Choosing Ballet Slippers
So you’ve heard the terms full sole and split sole when it comes to ballet slippers. You know they come in leather and canvas. But how do you know which type is most appropriate for your ballet slippers?
First, a fun fact: Marie Ann Cupis de Camargo of the Royal Ballet is credited with helping to create the first ballet slipper. In the 1700s, she began dancing in slippers instead of shoes with heels in order to jump and leap more gracefully. Ballet shoes have come a long way since then and now dancers have many varieties from which to choose.
Full Sole or Split Sole
As the name suggests, a full-sole shoe has a “full” sole that runs the length of a dancer’s foot from the heel to the toe. A split-sole shoe has two smaller, rounded soles, one at the forefoot and one at the heel of the shoe. There is no sole at the arch of the foot in a split-sole shoe which allows for a snug fit and a flattering line when the foot is in a pointed position.
Many beginners wear full-sole slippers. The full sole adds more resistance to beginning ballet movements and helps to build strong technique as students are learning to work through their feet
Intermediate and advanced dancers often wear split-sole slippers because these shoes offer more flexibility and cleaner lines that show off the arch of the foot. Split-sole shoes also allow dancers to better feel the floor.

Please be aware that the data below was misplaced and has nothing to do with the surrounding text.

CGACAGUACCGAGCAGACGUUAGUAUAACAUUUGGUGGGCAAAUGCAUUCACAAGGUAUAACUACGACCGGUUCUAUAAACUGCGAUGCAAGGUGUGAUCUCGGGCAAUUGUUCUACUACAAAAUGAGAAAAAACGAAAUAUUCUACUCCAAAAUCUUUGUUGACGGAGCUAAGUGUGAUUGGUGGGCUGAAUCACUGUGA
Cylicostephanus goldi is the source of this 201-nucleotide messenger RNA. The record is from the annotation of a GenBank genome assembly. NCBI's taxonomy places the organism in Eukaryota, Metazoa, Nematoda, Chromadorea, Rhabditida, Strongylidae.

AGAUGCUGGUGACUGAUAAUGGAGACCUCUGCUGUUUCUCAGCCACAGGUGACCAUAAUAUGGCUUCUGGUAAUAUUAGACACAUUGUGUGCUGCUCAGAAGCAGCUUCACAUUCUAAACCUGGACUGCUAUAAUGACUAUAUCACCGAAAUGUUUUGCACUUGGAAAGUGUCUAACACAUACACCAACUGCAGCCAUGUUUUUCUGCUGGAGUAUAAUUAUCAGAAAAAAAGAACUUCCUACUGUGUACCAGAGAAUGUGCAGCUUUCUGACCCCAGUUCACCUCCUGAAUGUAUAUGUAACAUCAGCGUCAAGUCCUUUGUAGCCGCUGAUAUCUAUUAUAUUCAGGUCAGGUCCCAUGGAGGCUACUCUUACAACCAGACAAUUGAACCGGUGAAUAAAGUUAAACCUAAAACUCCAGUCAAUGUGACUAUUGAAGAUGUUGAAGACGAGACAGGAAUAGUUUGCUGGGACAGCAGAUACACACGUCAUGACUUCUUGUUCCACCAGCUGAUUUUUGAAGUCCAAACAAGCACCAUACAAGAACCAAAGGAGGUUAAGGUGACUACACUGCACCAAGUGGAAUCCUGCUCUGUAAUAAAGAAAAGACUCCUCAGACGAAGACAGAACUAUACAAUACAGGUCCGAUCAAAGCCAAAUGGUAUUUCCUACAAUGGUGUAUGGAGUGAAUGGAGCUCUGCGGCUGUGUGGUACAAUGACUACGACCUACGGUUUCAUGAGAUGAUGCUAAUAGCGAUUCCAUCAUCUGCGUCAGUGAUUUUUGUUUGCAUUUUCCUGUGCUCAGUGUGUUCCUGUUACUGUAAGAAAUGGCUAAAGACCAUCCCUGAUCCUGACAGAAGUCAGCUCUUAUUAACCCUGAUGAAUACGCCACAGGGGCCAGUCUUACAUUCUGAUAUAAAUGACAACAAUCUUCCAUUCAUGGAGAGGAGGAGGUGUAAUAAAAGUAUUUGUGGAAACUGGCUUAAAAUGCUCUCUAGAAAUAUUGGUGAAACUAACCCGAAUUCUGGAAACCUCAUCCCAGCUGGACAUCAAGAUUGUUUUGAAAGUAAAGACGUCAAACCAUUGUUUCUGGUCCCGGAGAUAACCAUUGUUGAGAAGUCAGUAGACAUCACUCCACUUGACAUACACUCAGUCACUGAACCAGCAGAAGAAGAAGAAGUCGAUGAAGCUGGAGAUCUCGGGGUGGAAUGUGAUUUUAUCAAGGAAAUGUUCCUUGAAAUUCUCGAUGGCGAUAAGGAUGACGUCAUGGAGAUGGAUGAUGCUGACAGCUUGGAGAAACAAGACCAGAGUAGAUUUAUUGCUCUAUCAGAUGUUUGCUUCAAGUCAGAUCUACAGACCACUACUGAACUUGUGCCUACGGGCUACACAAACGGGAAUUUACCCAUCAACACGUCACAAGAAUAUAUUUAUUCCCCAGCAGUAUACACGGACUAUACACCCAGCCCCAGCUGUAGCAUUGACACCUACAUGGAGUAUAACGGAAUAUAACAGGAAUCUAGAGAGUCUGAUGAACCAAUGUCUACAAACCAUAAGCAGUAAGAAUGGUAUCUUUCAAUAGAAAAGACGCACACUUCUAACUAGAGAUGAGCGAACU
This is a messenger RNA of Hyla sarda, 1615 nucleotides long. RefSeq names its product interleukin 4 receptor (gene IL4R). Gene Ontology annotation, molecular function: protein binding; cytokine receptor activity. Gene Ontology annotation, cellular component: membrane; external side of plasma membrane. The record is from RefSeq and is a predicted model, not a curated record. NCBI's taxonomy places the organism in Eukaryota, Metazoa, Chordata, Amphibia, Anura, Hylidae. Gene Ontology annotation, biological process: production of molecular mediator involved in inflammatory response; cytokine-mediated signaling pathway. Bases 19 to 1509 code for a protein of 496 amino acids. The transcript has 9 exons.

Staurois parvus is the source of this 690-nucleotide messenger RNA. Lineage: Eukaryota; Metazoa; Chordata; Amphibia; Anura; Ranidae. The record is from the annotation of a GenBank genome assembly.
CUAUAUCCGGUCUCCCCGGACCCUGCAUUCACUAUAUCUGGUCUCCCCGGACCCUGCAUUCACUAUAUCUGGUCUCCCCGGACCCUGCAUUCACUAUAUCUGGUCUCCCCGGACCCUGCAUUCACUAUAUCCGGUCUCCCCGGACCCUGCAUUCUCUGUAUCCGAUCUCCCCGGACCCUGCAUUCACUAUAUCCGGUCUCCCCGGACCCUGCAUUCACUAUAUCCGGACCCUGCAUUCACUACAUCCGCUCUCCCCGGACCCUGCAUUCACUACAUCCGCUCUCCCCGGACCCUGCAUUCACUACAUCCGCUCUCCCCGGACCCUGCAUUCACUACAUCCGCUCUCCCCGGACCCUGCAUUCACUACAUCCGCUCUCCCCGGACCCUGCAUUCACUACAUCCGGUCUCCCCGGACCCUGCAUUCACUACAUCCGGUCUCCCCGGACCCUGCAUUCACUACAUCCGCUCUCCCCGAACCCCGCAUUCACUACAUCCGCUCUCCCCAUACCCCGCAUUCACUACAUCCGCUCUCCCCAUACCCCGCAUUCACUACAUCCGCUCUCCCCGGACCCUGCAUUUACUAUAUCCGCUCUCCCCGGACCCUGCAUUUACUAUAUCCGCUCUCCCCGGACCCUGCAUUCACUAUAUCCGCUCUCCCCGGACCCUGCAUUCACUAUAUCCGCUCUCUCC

Leather or Canvas
While the upper section of full-sole ballet slippers are most often made from leather, split-sole slippers can be found in both leather and canvas. Making the choice between leather and canvas revolves around personal preference for the shoe’s look, feel, fit, and last.
Leather ballet slippers stretch and mold to the foot over time. They become softer the longer they are worn and take a little bit of time to be truly broken in. Properly fitting leather ballet slippers hug the foot nicely and, depending on the amount of use, will last a good amount of time between replacements.
Canvas ballet slippers are soft, lightweight, and flexible from the first wear. Canvas hugs the foot and combined with the split-sole design, creates flattering lines. Some dancers who choose canvas do so because they prefer the light, breathable feel of the canvas. Canvas shoes can wear more quickly than leather, but they are often lower in cost.
No matter what style of ballet slippers you choose, a proper fit is very important. Ballet slippers should have a snug fit when worn with tights, bare feet, or very lightweight socks. Do not allow for extra growing room. Shoes that are too large will not allow for proper performance of ballet movements, even for younger dancers. Shoes that are too small will cause the toes to curl and put added stress on the Achilles tendon. Be sure to try on shoes and perform a few basic movements such as a plie, releve, and tendu to make sure the fit is just right.